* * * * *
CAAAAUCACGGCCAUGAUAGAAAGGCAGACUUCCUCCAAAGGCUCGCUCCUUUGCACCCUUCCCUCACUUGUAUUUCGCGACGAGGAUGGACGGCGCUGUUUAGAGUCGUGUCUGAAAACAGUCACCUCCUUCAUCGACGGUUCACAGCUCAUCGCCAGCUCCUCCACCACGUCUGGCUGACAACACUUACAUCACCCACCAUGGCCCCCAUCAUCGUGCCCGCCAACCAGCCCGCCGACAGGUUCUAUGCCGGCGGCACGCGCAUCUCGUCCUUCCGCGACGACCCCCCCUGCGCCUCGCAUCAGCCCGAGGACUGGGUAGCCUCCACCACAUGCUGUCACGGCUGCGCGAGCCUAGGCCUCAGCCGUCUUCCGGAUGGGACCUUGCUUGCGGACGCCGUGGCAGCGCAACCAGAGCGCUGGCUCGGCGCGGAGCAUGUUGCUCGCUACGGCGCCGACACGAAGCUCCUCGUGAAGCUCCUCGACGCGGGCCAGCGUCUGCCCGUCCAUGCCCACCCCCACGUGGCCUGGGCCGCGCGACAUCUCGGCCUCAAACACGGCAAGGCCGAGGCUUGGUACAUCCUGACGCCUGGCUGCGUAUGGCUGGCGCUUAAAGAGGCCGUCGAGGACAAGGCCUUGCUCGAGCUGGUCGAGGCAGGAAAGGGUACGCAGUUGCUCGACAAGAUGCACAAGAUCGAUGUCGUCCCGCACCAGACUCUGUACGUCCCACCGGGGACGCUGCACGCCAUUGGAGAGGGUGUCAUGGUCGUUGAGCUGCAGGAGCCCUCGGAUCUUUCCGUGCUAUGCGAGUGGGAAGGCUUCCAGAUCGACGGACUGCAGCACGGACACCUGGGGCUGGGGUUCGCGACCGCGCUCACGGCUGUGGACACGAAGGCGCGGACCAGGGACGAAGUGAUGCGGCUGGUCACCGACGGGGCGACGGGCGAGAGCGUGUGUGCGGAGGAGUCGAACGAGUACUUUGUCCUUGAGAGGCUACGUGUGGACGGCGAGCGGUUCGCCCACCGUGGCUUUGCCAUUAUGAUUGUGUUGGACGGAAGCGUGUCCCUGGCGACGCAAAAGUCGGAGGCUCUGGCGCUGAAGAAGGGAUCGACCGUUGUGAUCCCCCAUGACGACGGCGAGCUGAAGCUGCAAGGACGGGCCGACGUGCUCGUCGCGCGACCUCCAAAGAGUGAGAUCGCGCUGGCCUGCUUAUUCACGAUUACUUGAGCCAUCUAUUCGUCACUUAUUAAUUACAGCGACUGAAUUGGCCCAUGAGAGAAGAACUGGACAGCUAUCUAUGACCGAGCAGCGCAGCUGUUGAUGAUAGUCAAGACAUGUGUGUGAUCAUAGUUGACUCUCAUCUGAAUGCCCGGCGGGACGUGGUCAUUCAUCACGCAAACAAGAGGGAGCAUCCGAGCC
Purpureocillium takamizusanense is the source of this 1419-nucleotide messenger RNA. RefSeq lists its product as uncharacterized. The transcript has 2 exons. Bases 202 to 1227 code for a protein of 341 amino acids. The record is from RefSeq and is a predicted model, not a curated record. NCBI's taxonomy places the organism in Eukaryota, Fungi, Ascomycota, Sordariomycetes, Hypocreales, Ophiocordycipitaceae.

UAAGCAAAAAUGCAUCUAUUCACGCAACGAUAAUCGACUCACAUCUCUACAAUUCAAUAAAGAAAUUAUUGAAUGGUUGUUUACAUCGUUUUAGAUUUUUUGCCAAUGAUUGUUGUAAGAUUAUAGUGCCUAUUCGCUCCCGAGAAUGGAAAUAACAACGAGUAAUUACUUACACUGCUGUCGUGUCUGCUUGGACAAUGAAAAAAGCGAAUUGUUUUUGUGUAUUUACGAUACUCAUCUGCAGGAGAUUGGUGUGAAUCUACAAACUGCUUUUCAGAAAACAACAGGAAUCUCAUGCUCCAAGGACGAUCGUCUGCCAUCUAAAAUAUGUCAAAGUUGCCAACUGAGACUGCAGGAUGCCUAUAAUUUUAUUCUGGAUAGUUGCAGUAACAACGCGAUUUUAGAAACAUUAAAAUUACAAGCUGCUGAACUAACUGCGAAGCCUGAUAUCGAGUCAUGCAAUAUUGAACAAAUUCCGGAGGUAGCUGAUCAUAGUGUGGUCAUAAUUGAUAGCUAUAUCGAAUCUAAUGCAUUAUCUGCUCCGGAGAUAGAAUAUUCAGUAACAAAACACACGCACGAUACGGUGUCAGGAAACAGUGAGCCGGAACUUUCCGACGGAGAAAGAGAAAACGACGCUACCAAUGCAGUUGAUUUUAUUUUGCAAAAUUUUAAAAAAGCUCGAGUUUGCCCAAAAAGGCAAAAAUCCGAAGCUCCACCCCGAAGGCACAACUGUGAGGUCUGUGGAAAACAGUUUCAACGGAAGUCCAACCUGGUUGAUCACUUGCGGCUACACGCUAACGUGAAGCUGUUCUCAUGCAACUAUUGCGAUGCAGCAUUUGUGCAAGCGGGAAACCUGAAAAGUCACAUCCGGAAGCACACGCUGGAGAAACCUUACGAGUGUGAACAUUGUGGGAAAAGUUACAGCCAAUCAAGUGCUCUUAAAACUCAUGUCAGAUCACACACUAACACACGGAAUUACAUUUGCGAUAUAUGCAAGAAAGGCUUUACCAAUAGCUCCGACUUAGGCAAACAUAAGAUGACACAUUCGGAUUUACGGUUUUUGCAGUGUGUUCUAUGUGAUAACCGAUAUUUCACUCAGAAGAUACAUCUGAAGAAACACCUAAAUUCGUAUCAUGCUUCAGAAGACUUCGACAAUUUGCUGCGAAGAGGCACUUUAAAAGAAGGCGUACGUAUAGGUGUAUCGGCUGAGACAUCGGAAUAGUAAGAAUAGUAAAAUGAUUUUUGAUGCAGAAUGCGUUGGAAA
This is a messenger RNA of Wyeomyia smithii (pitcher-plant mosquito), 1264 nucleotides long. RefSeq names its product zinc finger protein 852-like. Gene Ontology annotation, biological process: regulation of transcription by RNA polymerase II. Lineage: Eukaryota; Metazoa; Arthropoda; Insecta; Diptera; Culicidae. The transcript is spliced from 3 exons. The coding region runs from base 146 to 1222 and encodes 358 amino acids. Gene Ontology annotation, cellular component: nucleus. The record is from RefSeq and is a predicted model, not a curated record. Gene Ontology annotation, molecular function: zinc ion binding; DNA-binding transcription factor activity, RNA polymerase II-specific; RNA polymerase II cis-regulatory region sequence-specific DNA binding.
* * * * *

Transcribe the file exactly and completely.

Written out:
CAAAAUCACGGCCAUGAUAGAAAGGCAGACUUCCUCCAAAGGCUCGCUCCUUUGCACCCUUCCCUCACUUGUAUUUCGCGACGAGGAUGGACGGCGCUGUUUAGAGUCGUGUCUGAAAACAGUCACCUCCUUCAUCGACGGUUCACAGCUCAUCGCCAGCUCCUCCACCACGUCUGGCUGACAACACUUACAUCACCCACCAUGGCCCCCAUCAUCGUGCCCGCCAACCAGCCCGCCGACAGGUUCUAUGCCGGCGGCACGCGCAUCUCGUCCUUCCGCGACGACCCCCCCUGCGCCUCGCAUCAGCCCGAGGACUGGGUAGCCUCCACCACAUGCUGUCACGGCUGCGCGAGCCUAGGCCUCAGCCGUCUUCCGGAUGGGACCUUGCUUGCGGACGCCGUGGCAGCGCAACCAGAGCGCUGGCUCGGCGCGGAGCAUGUUGCUCGCUACGGCGCCGACACGAAGCUCCUCGUGAAGCUCCUCGACGCGGGCCAGCGUCUGCCCGUCCAUGCCCACCCCCACGUGGCCUGGGCCGCGCGACAUCUCGGCCUCAAACACGGCAAGGCCGAGGCUUGGUACAUCCUGACGCCUGGCUGCGUAUGGCUGGCGCUUAAAGAGGCCGUCGAGGACAAGGCCUUGCUCGAGCUGGUCGAGGCAGGAAAGGGUACGCAGUUGCUCGACAAGAUGCACAAGAUCGAUGUCGUCCCGCACCAGACUCUGUACGUCCCACCGGGGACGCUGCACGCCAUUGGAGAGGGUGUCAUGGUCGUUGAGCUGCAGGAGCCCUCGGAUCUUUCCGUGCUAUGCGAGUGGGAAGGCUUCCAGAUCGACGGACUGCAGCACGGACACCUGGGGCUGGGGUUCGCGACCGCGCUCACGGCUGUGGACACGAAGGCGCGGACCAGGGACGAAGUGAUGCGGCUGGUCACCGACGGGGCGACGGGCGAGAGCGUGUGUGCGGAGGAGUCGAACGAGUACUUUGUCCUUGAGAGGCUACGUGUGGACGGCGAGCGGUUCGCCCACCGUGGCUUUGCCAUUAUGAUUGUGUUGGACGGAAGCGUGUCCCUGGCGACGCAAAAGUCGGAGGCUCUGGCGCUGAAGAAGGGAUCGACCGUUGUGAUCCCCCAUGACGACGGCGAGCUGAAGCUGCAAGGACGGGCCGACGUGCUCGUCGCGCGACCUCCAAAGAGUGAGAUCGCGCUGGCCUGCUUAUUCACGAUUACUUGAGCCAUCUAUUCGUCACUUAUUAAUUACAGCGACUGAAUUGGCCCAUGAGAGAAGAACUGGACAGCUAUCUAUGACCGAGCAGCGCAGCUGUUGAUGAUAGUCAAGACAUGUGUGUGAUCAUAGUUGACUCUCAUCUGAAUGCCCGGCGGGACGUGGUCAUUCAUCACGCAAACAAGAGGGAGCAUCCGAGCC
Purpureocillium takamizusanense is the source of this 1419-nucleotide messenger RNA. RefSeq lists its product as uncharacterized. The transcript has 2 exons. Bases 202 to 1227 code for a protein of 341 amino acids. The record is from RefSeq and is a predicted model, not a curated record. NCBI's taxonomy places the organism in Eukaryota, Fungi, Ascomycota, Sordariomycetes, Hypocreales, Ophiocordycipitaceae.

UAAGCAAAAAUGCAUCUAUUCACGCAACGAUAAUCGACUCACAUCUCUACAAUUCAAUAAAGAAAUUAUUGAAUGGUUGUUUACAUCGUUUUAGAUUUUUUGCCAAUGAUUGUUGUAAGAUUAUAGUGCCUAUUCGCUCCCGAGAAUGGAAAUAACAACGAGUAAUUACUUACACUGCUGUCGUGUCUGCUUGGACAAUGAAAAAAGCGAAUUGUUUUUGUGUAUUUACGAUACUCAUCUGCAGGAGAUUGGUGUGAAUCUACAAACUGCUUUUCAGAAAACAACAGGAAUCUCAUGCUCCAAGGACGAUCGUCUGCCAUCUAAAAUAUGUCAAAGUUGCCAACUGAGACUGCAGGAUGCCUAUAAUUUUAUUCUGGAUAGUUGCAGUAACAACGCGAUUUUAGAAACAUUAAAAUUACAAGCUGCUGAACUAACUGCGAAGCCUGAUAUCGAGUCAUGCAAUAUUGAACAAAUUCCGGAGGUAGCUGAUCAUAGUGUGGUCAUAAUUGAUAGCUAUAUCGAAUCUAAUGCAUUAUCUGCUCCGGAGAUAGAAUAUUCAGUAACAAAACACACGCACGAUACGGUGUCAGGAAACAGUGAGCCGGAACUUUCCGACGGAGAAAGAGAAAACGACGCUACCAAUGCAGUUGAUUUUAUUUUGCAAAAUUUUAAAAAAGCUCGAGUUUGCCCAAAAAGGCAAAAAUCCGAAGCUCCACCCCGAAGGCACAACUGUGAGGUCUGUGGAAAACAGUUUCAACGGAAGUCCAACCUGGUUGAUCACUUGCGGCUACACGCUAACGUGAAGCUGUUCUCAUGCAACUAUUGCGAUGCAGCAUUUGUGCAAGCGGGAAACCUGAAAAGUCACAUCCGGAAGCACACGCUGGAGAAACCUUACGAGUGUGAACAUUGUGGGAAAAGUUACAGCCAAUCAAGUGCUCUUAAAACUCAUGUCAGAUCACACACUAACACACGGAAUUACAUUUGCGAUAUAUGCAAGAAAGGCUUUACCAAUAGCUCCGACUUAGGCAAACAUAAGAUGACACAUUCGGAUUUACGGUUUUUGCAGUGUGUUCUAUGUGAUAACCGAUAUUUCACUCAGAAGAUACAUCUGAAGAAACACCUAAAUUCGUAUCAUGCUUCAGAAGACUUCGACAAUUUGCUGCGAAGAGGCACUUUAAAAGAAGGCGUACGUAUAGGUGUAUCGGCUGAGACAUCGGAAUAGUAAGAAUAGUAAAAUGAUUUUUGAUGCAGAAUGCGUUGGAAA
This is a messenger RNA of Wyeomyia smithii (pitcher-plant mosquito), 1264 nucleotides long. RefSeq names its product zinc finger protein 852-like. Gene Ontology annotation, biological process: regulation of transcription by RNA polymerase II. Lineage: Eukaryota; Metazoa; Arthropoda; Insecta; Diptera; Culicidae. The transcript is spliced from 3 exons. The coding region runs from base 146 to 1222 and encodes 358 amino acids. Gene Ontology annotation, cellular component: nucleus. The record is from RefSeq and is a predicted model, not a curated record. Gene Ontology annotation, molecular function: zinc ion binding; DNA-binding transcription factor activity, RNA polymerase II-specific; RNA polymerase II cis-regulatory region sequence-specific DNA binding.